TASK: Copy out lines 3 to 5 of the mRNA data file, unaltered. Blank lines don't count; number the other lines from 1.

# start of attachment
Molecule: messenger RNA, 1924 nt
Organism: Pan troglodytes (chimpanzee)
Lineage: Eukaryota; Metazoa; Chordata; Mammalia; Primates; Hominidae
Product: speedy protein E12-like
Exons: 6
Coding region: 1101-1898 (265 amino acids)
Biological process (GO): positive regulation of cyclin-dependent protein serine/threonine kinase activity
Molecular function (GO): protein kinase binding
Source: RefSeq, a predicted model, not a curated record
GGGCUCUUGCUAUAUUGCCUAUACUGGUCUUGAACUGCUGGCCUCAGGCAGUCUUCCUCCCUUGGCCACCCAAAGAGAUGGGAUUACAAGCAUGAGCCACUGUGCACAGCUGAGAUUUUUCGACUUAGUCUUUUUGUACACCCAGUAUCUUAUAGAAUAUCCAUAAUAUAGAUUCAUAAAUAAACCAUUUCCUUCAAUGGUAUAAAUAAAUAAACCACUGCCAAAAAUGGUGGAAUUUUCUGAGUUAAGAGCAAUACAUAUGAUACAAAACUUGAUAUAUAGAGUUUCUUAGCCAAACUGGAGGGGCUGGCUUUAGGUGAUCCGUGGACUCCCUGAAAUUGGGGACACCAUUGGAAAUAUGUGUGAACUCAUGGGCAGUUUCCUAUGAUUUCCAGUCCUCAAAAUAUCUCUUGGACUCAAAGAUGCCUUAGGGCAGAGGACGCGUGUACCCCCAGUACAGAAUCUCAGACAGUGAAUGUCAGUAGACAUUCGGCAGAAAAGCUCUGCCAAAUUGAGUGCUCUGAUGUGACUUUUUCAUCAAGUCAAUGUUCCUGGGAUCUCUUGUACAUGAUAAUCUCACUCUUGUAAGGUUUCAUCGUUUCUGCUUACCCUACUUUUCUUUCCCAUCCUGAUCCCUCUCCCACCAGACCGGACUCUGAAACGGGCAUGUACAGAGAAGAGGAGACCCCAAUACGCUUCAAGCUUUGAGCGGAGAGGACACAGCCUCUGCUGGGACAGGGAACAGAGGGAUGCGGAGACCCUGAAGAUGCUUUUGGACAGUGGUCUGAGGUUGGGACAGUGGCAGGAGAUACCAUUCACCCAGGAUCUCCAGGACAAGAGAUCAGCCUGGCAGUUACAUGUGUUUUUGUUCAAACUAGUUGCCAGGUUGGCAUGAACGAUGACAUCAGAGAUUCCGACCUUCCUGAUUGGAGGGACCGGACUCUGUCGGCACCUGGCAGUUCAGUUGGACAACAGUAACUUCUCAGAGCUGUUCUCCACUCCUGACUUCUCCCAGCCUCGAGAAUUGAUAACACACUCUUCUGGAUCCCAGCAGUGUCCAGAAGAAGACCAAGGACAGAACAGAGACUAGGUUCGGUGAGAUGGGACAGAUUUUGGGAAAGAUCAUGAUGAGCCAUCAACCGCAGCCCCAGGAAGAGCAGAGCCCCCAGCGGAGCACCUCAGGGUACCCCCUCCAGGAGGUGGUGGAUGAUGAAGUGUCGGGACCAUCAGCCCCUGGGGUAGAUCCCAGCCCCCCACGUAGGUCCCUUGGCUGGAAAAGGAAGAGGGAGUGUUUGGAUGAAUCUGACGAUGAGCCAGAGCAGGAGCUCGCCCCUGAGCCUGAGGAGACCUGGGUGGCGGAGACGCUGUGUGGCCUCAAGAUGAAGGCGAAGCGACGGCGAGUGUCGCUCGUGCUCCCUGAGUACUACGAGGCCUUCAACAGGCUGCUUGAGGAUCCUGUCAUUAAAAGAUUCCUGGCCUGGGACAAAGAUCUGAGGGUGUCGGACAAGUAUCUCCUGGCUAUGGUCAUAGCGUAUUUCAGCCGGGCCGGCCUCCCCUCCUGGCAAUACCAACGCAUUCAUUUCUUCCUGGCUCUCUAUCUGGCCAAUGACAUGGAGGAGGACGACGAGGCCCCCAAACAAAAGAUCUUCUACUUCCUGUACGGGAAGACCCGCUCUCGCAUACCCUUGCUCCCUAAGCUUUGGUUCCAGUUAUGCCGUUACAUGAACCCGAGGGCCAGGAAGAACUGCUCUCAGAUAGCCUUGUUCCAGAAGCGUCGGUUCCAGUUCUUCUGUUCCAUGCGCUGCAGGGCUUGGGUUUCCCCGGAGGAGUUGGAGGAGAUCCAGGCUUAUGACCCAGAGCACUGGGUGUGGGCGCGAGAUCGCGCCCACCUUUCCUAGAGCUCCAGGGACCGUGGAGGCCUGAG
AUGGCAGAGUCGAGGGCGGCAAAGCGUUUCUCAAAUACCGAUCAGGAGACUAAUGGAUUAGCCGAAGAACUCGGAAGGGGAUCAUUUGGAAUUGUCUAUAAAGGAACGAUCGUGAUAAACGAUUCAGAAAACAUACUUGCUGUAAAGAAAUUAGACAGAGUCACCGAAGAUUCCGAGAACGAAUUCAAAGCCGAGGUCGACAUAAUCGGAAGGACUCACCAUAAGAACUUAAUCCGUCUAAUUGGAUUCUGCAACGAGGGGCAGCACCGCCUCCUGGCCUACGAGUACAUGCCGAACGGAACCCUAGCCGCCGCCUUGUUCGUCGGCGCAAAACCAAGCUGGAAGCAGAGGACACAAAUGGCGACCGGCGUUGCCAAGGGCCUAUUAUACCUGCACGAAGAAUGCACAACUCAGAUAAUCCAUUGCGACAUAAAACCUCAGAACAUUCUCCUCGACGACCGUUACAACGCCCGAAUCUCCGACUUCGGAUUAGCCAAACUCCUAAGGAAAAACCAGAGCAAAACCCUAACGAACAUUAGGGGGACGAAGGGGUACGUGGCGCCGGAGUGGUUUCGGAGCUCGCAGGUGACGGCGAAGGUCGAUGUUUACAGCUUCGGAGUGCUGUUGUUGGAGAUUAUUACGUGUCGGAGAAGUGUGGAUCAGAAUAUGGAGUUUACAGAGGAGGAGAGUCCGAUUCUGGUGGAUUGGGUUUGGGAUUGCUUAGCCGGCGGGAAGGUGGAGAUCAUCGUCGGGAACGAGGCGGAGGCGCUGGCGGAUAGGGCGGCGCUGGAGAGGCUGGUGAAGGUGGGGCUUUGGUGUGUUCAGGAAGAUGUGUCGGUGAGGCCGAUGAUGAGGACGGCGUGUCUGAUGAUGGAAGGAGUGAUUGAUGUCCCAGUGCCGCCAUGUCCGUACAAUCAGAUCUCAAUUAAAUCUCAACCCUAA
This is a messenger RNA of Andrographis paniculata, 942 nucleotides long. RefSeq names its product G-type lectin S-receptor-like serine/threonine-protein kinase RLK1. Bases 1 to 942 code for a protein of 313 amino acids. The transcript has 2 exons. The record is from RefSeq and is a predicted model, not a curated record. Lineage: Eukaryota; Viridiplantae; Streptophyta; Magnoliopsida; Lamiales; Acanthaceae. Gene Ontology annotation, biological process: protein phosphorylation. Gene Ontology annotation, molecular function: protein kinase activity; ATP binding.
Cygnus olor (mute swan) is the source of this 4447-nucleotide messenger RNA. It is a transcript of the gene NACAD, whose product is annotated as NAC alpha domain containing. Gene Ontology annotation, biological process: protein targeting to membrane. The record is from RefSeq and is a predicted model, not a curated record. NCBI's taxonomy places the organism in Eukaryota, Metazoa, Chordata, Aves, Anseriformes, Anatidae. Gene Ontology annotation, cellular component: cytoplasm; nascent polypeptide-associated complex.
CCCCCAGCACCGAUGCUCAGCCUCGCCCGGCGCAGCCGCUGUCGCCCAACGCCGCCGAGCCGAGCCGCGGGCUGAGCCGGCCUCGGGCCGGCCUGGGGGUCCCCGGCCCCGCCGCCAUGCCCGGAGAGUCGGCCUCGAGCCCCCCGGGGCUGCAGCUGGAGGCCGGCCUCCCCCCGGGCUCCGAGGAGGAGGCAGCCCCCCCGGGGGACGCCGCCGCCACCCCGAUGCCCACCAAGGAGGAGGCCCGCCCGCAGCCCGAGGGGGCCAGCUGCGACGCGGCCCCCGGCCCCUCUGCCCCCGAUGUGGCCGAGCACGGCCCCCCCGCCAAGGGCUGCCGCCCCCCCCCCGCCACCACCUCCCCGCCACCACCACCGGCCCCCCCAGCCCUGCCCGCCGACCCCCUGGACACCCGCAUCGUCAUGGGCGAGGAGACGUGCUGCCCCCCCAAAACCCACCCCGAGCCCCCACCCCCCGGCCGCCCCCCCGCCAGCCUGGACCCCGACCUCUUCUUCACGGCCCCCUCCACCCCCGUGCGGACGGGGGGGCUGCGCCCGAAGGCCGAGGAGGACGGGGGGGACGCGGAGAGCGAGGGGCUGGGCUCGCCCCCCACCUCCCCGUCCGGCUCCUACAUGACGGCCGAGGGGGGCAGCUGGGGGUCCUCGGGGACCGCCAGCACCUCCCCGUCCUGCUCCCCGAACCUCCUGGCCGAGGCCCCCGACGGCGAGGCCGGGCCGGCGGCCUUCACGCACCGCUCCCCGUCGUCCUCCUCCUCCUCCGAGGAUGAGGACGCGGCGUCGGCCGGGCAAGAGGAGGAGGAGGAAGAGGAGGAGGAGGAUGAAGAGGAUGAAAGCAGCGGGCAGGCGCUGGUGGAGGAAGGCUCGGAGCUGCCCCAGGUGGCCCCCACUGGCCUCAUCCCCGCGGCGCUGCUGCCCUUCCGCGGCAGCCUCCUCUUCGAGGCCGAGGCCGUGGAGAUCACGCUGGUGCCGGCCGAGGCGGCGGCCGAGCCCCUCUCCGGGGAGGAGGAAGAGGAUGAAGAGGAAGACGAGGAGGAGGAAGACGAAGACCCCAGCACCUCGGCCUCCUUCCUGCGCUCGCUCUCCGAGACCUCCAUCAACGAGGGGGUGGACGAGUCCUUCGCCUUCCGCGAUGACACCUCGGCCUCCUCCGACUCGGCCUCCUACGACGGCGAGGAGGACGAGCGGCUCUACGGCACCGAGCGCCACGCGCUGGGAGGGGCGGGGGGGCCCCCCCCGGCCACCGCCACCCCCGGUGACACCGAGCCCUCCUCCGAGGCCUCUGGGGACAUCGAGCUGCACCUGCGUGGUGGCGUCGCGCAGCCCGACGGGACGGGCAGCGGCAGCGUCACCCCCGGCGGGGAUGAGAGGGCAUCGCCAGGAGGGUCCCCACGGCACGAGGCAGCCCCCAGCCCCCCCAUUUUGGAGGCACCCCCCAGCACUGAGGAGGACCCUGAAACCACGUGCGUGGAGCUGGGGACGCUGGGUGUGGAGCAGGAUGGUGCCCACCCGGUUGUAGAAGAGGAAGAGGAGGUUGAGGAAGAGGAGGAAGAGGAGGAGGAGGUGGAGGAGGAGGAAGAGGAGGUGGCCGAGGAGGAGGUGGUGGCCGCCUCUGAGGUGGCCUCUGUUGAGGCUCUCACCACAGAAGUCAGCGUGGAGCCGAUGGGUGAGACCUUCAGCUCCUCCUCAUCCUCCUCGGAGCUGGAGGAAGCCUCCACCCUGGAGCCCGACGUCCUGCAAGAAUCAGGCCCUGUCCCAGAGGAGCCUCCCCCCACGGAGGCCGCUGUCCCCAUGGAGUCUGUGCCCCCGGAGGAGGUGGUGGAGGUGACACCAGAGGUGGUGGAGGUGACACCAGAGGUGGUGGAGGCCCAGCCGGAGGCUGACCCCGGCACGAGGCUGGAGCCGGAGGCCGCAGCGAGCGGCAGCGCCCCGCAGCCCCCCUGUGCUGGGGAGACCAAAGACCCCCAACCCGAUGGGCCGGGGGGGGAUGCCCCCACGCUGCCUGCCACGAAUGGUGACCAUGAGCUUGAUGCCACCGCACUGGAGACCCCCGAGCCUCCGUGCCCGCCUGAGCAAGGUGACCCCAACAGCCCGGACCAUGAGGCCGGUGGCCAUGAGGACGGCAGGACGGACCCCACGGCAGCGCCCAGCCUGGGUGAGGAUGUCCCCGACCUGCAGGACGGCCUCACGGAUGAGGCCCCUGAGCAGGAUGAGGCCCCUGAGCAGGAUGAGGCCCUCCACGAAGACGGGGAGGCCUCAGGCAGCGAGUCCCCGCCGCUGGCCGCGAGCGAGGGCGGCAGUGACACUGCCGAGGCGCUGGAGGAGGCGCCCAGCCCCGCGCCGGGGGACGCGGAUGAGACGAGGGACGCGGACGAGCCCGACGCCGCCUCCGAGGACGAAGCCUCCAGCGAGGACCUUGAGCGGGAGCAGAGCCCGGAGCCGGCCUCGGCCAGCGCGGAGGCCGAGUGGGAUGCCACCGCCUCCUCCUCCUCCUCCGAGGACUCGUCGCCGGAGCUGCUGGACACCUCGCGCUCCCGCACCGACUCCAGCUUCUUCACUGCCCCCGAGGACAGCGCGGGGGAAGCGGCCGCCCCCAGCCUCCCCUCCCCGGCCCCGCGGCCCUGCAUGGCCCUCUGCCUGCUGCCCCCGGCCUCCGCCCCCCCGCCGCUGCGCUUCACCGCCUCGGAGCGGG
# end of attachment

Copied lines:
Lineage: Eukaryota; Metazoa; Chordata; Mammalia; Primates; Hominidae
Product: speedy protein E12-like
Exons: 6